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Is your white fragility showing?': Billboards aim to 'confront' apathy toward 'white supremacy

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Stark new billboards in Portland, Oregon, are greeting motorists and passers-by with provocative messages such as "Is your white fragility showing?" and "Black narrative." (Image source: KPTV-TV video screenshot)

Stark new billboards in Portland, Oregon, are greeting motorists and passers-by with provocative messages such as "Is your white fragility showing?" and "Black narrative."

Image source: KPTV-TV video screenshot

Their purpose?

To "confront and disrupt the rampant complacency in this city regarding issues of white supremacy and racial inequity," ABC News reported, citing the website of the group behind the billboards.

Portland Equity In Action said it has purchased 25 such billboards and sprinkled them throughout the city, KPTV-TV reported, adding that another mission of the group is raise awareness about blacks who've died in police shootings.

More from the station:

Members call the deaths of Terrell Johnson, a man shot and killed by a Portland police officer last year, and Larnell Bruce, a man run down outside a Gresham 7-Eleven in 2016, unjust.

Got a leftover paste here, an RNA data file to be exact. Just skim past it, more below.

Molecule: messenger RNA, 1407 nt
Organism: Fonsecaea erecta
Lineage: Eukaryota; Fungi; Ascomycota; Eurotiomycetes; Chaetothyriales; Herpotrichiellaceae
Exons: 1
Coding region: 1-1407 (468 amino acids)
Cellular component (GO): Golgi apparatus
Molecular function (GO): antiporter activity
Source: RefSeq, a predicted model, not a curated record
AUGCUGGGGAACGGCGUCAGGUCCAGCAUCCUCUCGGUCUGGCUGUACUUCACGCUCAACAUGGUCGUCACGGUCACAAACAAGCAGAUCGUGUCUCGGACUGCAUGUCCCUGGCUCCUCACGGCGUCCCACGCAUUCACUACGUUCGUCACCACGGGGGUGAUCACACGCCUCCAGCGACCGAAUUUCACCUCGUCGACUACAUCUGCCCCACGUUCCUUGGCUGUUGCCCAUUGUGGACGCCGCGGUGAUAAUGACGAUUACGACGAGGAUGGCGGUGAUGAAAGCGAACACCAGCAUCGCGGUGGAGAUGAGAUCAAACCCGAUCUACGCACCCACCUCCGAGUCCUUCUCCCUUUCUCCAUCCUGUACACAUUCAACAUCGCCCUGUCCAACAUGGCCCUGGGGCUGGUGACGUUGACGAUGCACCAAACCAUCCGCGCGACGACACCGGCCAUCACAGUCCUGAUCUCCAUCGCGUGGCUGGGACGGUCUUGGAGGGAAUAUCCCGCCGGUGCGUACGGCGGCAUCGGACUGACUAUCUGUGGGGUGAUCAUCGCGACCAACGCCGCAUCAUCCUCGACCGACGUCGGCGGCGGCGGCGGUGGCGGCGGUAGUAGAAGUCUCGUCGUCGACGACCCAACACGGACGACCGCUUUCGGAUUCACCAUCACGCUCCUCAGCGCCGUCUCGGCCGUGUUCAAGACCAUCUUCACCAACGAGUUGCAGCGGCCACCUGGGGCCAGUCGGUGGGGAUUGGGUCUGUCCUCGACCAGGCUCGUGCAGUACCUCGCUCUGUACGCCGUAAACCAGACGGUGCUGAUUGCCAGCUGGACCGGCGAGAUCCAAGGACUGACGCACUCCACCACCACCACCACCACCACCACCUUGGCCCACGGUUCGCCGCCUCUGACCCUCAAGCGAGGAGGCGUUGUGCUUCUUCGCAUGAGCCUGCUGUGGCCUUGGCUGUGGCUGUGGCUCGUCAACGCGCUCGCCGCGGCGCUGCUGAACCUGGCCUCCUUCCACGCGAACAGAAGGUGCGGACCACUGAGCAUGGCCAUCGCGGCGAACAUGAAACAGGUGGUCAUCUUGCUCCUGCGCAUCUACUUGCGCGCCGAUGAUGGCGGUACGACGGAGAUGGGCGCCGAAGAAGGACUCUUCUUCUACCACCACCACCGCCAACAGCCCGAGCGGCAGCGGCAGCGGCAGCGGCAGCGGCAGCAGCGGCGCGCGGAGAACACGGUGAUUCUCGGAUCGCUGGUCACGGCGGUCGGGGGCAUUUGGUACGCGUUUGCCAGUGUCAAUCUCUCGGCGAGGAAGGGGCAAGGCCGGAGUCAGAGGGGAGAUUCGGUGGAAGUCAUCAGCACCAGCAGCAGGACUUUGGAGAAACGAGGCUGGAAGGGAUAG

Johnson died May 10, 2017 after police say he threatened people with a knife at the Flavel Street Max station. A grand jury ruled deadly force by the officer was justified.

Bruce died in August 2016 after a fight with a man and his girlfriend in the 18700 block of East Burnside Street. Bruce ran from the scene, but was chased down by the couple and run over by a 1991 Jeep Wrangler, according to police.

The 19-year-old was critically injured and died at the hospital several days later. Police say the couple who ran Bruce over have ties to white supremacist groups.

“Hopefully, it starts the conversation again, it’s an ongoing conversation,” Robin Marks, who said she saw the billboards for the first time Monday night, told KPTV. “People need to be aware of, get the background of the black person’s story.”

Image source: KPTV-TV video screenshot

Marks added to the station that if the billboards get people talking, she has no qualms seeing them all around Portland.

“The more the better,” she told KPTV.

(H/T: BizPac Review)

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